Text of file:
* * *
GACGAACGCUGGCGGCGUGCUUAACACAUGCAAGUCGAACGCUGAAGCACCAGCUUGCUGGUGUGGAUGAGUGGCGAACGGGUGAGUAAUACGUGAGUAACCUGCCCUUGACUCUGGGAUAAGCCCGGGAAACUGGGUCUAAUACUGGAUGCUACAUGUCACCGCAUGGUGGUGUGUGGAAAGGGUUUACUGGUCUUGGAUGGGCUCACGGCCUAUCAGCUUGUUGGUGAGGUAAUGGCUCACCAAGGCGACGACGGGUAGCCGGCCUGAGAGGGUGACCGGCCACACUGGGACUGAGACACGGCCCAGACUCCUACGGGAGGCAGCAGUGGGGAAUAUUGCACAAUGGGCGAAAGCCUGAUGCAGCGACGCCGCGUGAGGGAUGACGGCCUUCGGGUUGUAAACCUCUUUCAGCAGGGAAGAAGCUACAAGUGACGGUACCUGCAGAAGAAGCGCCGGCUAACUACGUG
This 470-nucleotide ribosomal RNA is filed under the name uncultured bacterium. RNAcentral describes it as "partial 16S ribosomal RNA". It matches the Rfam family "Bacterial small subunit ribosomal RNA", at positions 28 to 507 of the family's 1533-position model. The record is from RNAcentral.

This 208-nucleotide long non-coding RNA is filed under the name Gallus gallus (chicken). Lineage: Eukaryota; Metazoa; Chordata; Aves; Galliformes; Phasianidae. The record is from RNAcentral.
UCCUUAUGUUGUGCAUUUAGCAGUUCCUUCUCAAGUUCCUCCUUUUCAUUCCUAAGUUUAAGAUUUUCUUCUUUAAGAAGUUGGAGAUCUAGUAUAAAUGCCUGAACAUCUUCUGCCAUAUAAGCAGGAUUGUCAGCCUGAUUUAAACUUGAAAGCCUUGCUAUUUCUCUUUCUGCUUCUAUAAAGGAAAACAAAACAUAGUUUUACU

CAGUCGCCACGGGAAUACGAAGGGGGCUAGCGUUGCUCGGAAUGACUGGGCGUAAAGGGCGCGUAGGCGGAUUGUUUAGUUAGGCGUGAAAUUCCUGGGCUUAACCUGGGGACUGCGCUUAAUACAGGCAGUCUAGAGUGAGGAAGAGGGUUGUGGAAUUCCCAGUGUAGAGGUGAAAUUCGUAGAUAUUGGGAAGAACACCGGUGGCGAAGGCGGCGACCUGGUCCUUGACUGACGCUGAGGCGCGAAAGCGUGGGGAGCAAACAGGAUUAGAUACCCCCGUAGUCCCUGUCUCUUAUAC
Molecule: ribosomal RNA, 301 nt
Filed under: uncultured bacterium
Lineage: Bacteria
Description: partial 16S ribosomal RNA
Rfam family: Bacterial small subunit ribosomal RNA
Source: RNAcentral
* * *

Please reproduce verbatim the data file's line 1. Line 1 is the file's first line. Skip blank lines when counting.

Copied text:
GACGAACGCUGGCGGCGUGCUUAACACAUGCAAGUCGAACGCUGAAGCACCAGCUUGCUGGUGUGGAUGAGUGGCGAACGGGUGAGUAAUACGUGAGUAACCUGCCCUUGACUCUGGGAUAAGCCCGGGAAACUGGGUCUAAUACUGGAUGCUACAUGUCACCGCAUGGUGGUGUGUGGAAAGGGUUUACUGGUCUUGGAUGGGCUCACGGCCUAUCAGCUUGUUGGUGAGGUAAUGGCUCACCAAGGCGACGACGGGUAGCCGGCCUGAGAGGGUGACCGGCCACACUGGGACUGAGACACGGCCCAGACUCCUACGGGAGGCAGCAGUGGGGAAUAUUGCACAAUGGGCGAAAGCCUGAUGCAGCGACGCCGCGUGAGGGAUGACGGCCUUCGGGUUGUAAACCUCUUUCAGCAGGGAAGAAGCUACAAGUGACGGUACCUGCAGAAGAAGCGCCGGCUAACUACGUG